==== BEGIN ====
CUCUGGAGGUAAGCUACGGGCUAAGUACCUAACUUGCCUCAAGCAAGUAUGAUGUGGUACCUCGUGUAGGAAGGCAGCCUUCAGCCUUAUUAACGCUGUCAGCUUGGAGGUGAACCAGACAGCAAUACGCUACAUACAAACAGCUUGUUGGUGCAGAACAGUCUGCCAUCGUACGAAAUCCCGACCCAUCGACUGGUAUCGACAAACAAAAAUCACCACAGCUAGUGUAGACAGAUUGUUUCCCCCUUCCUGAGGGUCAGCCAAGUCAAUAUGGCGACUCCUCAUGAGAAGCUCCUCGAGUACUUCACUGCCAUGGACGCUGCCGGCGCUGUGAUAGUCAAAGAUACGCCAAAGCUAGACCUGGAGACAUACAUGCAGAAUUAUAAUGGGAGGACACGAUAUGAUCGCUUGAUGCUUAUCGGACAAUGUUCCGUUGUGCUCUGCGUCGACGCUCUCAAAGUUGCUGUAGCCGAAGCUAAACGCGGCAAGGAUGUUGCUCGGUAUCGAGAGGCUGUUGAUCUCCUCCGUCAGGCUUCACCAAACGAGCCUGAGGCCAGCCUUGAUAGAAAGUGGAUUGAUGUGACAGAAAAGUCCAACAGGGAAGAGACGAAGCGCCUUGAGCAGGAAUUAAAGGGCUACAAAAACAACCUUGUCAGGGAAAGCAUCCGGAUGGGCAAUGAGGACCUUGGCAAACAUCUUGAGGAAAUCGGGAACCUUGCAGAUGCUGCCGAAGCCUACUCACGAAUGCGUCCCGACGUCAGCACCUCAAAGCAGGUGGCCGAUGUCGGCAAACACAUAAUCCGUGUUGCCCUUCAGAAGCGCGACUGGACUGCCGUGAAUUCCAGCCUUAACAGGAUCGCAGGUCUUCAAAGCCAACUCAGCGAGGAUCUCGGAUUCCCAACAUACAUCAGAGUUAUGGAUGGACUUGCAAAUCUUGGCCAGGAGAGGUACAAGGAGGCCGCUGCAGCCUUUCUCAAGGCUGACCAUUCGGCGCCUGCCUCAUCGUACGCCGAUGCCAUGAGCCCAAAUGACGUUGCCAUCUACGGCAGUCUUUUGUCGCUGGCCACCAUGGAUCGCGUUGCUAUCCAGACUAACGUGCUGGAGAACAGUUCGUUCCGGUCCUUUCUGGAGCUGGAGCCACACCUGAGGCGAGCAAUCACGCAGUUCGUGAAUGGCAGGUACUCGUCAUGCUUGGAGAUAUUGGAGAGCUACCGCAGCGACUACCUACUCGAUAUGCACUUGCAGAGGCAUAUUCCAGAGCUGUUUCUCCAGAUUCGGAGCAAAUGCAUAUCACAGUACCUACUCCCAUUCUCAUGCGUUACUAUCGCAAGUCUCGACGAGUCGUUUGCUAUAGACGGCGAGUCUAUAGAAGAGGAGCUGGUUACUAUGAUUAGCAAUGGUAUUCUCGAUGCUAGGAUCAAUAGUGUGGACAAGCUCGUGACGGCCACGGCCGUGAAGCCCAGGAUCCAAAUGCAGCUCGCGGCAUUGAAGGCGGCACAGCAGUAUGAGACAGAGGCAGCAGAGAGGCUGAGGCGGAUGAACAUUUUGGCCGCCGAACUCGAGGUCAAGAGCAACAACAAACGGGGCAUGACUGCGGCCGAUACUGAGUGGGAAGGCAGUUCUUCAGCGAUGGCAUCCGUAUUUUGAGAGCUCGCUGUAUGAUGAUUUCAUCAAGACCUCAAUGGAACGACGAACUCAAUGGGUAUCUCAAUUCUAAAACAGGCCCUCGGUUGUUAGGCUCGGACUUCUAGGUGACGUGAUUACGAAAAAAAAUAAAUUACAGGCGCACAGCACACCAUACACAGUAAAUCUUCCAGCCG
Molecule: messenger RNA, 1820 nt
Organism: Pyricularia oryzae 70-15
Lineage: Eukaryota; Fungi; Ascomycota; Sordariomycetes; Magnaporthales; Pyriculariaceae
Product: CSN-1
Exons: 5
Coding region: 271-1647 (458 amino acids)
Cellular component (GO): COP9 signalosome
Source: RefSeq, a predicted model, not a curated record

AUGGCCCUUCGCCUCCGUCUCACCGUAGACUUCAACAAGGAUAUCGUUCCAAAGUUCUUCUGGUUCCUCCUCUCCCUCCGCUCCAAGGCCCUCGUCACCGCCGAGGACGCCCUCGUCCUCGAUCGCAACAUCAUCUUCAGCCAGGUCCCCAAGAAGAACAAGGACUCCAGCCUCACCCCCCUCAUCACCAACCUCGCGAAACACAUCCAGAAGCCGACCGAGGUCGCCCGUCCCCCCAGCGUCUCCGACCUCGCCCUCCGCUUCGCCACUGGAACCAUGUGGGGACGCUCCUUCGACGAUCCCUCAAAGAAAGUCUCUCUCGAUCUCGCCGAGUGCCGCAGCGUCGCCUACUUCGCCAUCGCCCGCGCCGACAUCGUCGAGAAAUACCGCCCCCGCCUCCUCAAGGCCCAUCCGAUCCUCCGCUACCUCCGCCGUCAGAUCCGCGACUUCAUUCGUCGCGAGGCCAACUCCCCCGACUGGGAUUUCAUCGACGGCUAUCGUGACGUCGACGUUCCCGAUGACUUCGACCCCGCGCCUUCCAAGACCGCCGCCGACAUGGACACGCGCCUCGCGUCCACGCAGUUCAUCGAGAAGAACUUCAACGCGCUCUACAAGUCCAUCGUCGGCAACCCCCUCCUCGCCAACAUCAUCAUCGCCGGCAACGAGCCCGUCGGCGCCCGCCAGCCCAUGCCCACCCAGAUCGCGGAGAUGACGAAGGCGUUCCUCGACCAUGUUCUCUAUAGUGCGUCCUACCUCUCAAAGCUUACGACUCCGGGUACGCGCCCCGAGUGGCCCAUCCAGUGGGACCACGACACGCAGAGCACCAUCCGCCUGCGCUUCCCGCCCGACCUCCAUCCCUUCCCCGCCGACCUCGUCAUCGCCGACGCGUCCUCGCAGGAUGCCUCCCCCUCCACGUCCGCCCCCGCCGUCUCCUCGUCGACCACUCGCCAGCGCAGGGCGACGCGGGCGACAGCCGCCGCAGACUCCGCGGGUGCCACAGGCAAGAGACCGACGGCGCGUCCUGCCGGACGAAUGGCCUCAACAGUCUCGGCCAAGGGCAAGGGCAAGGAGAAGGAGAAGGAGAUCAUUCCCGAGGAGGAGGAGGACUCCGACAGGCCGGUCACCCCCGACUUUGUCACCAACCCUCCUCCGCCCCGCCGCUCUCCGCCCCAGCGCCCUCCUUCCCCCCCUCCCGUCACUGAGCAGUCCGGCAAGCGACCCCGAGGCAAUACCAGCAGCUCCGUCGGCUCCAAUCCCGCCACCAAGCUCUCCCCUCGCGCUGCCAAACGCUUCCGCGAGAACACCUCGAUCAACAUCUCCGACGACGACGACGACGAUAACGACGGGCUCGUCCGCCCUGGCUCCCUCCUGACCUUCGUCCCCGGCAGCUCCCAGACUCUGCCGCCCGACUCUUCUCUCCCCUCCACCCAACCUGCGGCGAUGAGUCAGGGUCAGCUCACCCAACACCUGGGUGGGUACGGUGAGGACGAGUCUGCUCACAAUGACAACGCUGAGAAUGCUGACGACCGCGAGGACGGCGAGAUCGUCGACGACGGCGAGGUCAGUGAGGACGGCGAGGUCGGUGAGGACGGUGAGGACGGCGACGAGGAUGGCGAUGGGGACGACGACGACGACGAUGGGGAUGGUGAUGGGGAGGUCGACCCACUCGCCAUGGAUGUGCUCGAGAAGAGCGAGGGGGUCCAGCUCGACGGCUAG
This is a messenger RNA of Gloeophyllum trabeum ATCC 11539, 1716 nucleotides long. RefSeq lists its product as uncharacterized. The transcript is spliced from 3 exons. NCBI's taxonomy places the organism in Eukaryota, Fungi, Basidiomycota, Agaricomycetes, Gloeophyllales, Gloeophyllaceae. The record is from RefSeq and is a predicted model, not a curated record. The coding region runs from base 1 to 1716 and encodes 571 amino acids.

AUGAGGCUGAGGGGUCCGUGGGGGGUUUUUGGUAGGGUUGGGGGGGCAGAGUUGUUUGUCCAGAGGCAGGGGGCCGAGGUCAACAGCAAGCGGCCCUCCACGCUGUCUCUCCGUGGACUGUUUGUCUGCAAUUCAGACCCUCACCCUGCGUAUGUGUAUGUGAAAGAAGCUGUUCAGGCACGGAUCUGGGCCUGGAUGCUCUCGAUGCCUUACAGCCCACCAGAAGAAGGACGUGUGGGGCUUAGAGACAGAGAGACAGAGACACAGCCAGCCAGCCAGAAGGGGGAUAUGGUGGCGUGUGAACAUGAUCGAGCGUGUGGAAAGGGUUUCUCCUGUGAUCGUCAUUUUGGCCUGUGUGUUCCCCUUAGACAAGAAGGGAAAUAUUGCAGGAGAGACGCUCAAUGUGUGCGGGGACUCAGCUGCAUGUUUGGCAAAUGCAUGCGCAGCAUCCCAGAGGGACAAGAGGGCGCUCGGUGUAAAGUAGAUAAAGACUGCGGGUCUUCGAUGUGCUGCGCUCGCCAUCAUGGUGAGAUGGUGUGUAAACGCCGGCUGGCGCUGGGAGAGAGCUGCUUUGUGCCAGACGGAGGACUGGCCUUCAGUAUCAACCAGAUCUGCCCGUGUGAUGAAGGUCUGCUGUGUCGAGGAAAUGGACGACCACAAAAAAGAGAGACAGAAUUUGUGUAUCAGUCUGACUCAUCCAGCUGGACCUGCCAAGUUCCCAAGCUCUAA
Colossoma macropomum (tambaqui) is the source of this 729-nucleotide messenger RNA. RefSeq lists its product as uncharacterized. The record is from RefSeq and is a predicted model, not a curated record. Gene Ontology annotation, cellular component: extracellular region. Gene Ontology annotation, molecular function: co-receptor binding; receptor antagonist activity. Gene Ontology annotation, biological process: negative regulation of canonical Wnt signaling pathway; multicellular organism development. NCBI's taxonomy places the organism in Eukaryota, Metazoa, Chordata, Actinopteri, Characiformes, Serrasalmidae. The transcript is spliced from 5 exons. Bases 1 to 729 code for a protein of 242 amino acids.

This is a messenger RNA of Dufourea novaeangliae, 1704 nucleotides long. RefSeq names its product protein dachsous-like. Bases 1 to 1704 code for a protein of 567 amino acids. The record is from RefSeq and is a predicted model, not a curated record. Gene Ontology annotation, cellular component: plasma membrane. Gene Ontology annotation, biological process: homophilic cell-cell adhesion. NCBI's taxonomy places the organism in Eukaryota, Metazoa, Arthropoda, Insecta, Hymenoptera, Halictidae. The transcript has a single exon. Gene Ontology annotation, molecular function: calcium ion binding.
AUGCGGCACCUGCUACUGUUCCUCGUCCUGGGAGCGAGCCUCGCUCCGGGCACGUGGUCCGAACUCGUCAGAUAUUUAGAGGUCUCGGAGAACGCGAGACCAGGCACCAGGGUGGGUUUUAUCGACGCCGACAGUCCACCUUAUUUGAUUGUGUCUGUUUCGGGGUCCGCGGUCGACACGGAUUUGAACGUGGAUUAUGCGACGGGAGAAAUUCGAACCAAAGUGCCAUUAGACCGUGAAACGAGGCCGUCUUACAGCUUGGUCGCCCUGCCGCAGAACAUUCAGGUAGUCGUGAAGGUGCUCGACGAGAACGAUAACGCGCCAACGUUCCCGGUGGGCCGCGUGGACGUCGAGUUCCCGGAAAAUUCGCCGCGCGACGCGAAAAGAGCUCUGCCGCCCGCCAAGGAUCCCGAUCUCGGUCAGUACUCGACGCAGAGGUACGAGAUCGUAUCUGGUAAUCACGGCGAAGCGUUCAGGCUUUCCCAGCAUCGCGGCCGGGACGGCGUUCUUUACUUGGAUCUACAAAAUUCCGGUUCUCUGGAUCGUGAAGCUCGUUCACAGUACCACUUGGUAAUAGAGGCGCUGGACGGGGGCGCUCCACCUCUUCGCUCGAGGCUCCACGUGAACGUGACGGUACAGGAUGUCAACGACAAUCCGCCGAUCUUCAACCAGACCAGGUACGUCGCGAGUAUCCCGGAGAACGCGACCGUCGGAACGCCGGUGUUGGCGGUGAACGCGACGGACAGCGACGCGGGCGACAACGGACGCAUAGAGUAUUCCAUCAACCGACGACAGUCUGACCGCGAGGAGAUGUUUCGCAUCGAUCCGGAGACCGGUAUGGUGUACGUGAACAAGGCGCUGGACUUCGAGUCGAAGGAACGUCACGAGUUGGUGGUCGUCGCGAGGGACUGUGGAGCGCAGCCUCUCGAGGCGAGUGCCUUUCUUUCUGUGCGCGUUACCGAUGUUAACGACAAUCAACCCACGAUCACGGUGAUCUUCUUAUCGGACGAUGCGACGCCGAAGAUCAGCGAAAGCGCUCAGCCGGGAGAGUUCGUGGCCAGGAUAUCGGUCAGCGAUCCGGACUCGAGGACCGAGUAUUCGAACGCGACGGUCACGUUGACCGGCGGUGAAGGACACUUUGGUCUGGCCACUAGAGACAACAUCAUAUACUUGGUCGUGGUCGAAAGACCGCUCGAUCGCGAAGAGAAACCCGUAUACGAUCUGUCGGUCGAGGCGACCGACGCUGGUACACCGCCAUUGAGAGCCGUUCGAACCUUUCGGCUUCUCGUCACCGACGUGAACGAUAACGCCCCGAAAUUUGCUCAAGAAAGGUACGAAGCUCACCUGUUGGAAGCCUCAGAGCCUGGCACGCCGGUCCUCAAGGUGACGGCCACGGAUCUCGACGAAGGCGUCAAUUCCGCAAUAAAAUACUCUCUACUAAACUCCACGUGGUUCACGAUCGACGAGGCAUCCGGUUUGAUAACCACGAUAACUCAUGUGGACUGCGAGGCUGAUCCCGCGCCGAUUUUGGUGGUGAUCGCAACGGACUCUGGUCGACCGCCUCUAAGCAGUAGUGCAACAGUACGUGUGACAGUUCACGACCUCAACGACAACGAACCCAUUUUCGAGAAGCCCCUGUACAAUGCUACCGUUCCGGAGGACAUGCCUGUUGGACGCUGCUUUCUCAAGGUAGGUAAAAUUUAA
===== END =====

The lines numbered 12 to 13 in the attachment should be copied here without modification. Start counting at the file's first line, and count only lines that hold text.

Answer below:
AUGAGGCUGAGGGGUCCGUGGGGGGUUUUUGGUAGGGUUGGGGGGGCAGAGUUGUUUGUCCAGAGGCAGGGGGCCGAGGUCAACAGCAAGCGGCCCUCCACGCUGUCUCUCCGUGGACUGUUUGUCUGCAAUUCAGACCCUCACCCUGCGUAUGUGUAUGUGAAAGAAGCUGUUCAGGCACGGAUCUGGGCCUGGAUGCUCUCGAUGCCUUACAGCCCACCAGAAGAAGGACGUGUGGGGCUUAGAGACAGAGAGACAGAGACACAGCCAGCCAGCCAGAAGGGGGAUAUGGUGGCGUGUGAACAUGAUCGAGCGUGUGGAAAGGGUUUCUCCUGUGAUCGUCAUUUUGGCCUGUGUGUUCCCCUUAGACAAGAAGGGAAAUAUUGCAGGAGAGACGCUCAAUGUGUGCGGGGACUCAGCUGCAUGUUUGGCAAAUGCAUGCGCAGCAUCCCAGAGGGACAAGAGGGCGCUCGGUGUAAAGUAGAUAAAGACUGCGGGUCUUCGAUGUGCUGCGCUCGCCAUCAUGGUGAGAUGGUGUGUAAACGCCGGCUGGCGCUGGGAGAGAGCUGCUUUGUGCCAGACGGAGGACUGGCCUUCAGUAUCAACCAGAUCUGCCCGUGUGAUGAAGGUCUGCUGUGUCGAGGAAAUGGACGACCACAAAAAAGAGAGACAGAAUUUGUGUAUCAGUCUGACUCAUCCAGCUGGACCUGCCAAGUUCCCAAGCUCUAA
Colossoma macropomum (tambaqui) is the source of this 729-nucleotide messenger RNA. RefSeq lists its product as uncharacterized. The record is from RefSeq and is a predicted model, not a curated record. Gene Ontology annotation, cellular component: extracellular region. Gene Ontology annotation, molecular function: co-receptor binding; receptor antagonist activity. Gene Ontology annotation, biological process: negative regulation of canonical Wnt signaling pathway; multicellular organism development. NCBI's taxonomy places the organism in Eukaryota, Metazoa, Chordata, Actinopteri, Characiformes, Serrasalmidae. The transcript is spliced from 5 exons. Bases 1 to 729 code for a protein of 242 amino acids.